Eggs, Easy Peel Steamed Hard Boiled

Eggs, Easy Peel Steamed Hard Boiled

I’ve long since mastered the simple hard-boiled egg – by about 40 years! I have no problem getting a creamy yellow center and tender whites. I know to buy eggs ahead and to plunge them into ice water to stop the cooking. And still, I sometimes struggle with peeling. It was time to look at eggs again. Easy Peel Steamed Hard Boiled Eggs.

Eggs, Easy Peel Steamed Hard Boiled

Easy Peel Steamed Eggs! Yay!!

I was intrigued for a while by Alton Brown’s oven baked eggs. He proposed two methods, one in muffin cups (which left dark areas on the whites) and the other baking on a kitchen towel. Frankly, the scorch marks on the first turned me off and the second scared me. My towels are bad enough without adding scorch marks (or possible fire) to the mix.

Then I started hearing about easy peel steamed hard boiled eggs. What the heck, it was worth a try. Out of two dozen eggs, all peeled perfectly except for the one on the upper left in the bottom photo. That had one small mar. I didn’t even have to peel them under water – the shells practically fell off. I didn’t check the date on the package and had them in my fridge for about a week.

The method left the whites a bit harder and the yolks a little less even in texture than boiling. Two eggs that I assume were near the edge of the pan where the steam came up full force had a slight tinge around the outside of the yolk. That may have been my fault as I steamed quite a few at a time for my small steamer basket. Something to watch for, though.

As far as doneness, recipes generally state 12 to 13 minutes. I like mine a little moist, so in the photo at the top of the page, I tried 11 minutes (the top egg) and 12 minutes (the bottom egg). What I’ve yet to see in print is that whether boiling or steaming, the number of minutes is going to depend on altitude and of course, egg size. It’s always wise when trying a new method to do a test egg or two to find your ideal doneness.

From now on when I need eggs where the whites need to shine – like for deviled eggs, I’m going to steam. And I’ll probably steam a couple of extra ones just in case any are a little dark! I think the small sacrifice of an egg or two (which I won’t waste, I promise) is worth the easy peeling and the firmer whites are actually a bonus for deviled eggs.

Eggs, Easy Peel Steamed Hard Boiled

Easy Peel Steamed Eggs

 

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Eggs, Easy Peel Steamed Hard Boiled

Eggs, Easy Peel Steamed Hard Boiled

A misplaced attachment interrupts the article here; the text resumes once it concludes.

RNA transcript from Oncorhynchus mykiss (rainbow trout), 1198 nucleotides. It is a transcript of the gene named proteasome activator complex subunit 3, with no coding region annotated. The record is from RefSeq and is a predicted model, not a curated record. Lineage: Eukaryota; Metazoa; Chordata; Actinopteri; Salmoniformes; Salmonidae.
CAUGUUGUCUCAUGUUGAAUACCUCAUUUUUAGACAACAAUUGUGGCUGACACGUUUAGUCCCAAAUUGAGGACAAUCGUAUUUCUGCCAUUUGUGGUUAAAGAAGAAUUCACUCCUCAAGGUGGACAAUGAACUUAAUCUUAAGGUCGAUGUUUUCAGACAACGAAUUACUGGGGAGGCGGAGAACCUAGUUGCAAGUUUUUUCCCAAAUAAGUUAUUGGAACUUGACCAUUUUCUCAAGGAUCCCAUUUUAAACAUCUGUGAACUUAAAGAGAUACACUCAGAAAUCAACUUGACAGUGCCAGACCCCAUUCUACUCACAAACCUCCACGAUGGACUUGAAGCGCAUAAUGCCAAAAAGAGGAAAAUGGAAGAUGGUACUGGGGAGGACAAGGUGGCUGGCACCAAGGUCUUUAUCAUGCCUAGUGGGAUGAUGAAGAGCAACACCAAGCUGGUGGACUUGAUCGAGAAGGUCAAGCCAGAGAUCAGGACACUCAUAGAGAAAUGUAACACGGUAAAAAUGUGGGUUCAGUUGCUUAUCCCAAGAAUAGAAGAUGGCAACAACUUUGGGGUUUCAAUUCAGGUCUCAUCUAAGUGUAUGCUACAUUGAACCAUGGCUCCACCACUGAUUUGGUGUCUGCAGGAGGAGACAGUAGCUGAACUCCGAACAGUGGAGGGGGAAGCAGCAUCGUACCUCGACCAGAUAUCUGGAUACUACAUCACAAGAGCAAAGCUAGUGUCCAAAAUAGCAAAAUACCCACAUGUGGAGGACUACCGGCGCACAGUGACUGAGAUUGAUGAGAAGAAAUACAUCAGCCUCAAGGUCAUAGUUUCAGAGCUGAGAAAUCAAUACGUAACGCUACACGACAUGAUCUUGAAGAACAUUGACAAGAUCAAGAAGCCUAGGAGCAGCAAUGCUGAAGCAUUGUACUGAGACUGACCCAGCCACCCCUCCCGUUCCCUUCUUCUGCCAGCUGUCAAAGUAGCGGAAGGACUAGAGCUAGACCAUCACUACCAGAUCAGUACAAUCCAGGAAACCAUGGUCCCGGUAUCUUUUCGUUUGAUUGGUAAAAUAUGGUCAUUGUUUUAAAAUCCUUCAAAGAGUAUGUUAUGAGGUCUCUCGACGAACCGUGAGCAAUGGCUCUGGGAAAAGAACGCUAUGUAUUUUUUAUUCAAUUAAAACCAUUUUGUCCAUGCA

• Author: mollie kirby
  • Prep Time: 1 minute
  • Cook Time: 15 minutes
  • Total Time: about 30 minutes
  • Yield: 6 to 12 eggs

Ingredients

  • 6 to 12 large eggs
  • 1 to 2 trays worth of ice-cubes
  • Equipment: A large pan with a lid and steamer insert, large bowl

Instructions

Fill a large pan with an inch of water and bring to a boil. Add eggs to a steamer basket and as soon as pot is boiling, add the insert, eggs and all. Cover.

Cook eleven to twelve minutes for hard-boiled eggs. Immediately place eggs in a bowl of ice water and allow to cool for at least 15 minutes.

Peel under running water if necessary.

Notes

Store in the refrigerator for up to a week.

Why do you need Easy Peel Eggs? Because you never know what might happen. These eggs were in my fridge for about 2 1/2 weeks and cooked using the standard add your eggs to cold water, bring to a boil, cover and let sit method. They were plunged into ice water immediately! This doesn’t happen often but when it does it can be a surefire disaster, especially if you’re making deviled eggs for a party and have no more to cook.

Why you need Easy Peel Egg Recipe

This is why you need to make Easy Peel Steamed Eggs or Perfect Instant Pot Eggs

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14 thoughts on “Eggs, Easy Peel Steamed Hard Boiled

  1. You wouldn’t think so many people would have problems doing something as simple as peeling an egg but there are so many ingenious ideas out there.

  2. I am going to have to try this method, I use a technique close to the first comment. The eggs turn out perfectly but are not always easy to peel. Amazing that for something so basic there are so many ideas!

    And I’m with you, I like the yolks slightly soft.

  3. I buy my eggs farm fresh and most of them come every time. I put the eggs in a pot of cold water, bring to a boil and let them boil for 2 minutes, then turn off the heat, cover and leave for 11 minutes. I then run them under cold water and bath them in ice water for at least half an hour. I peel them under running water.
    Sounds laborious, but farm fresh for $2 a dozen??? I’m good with it.

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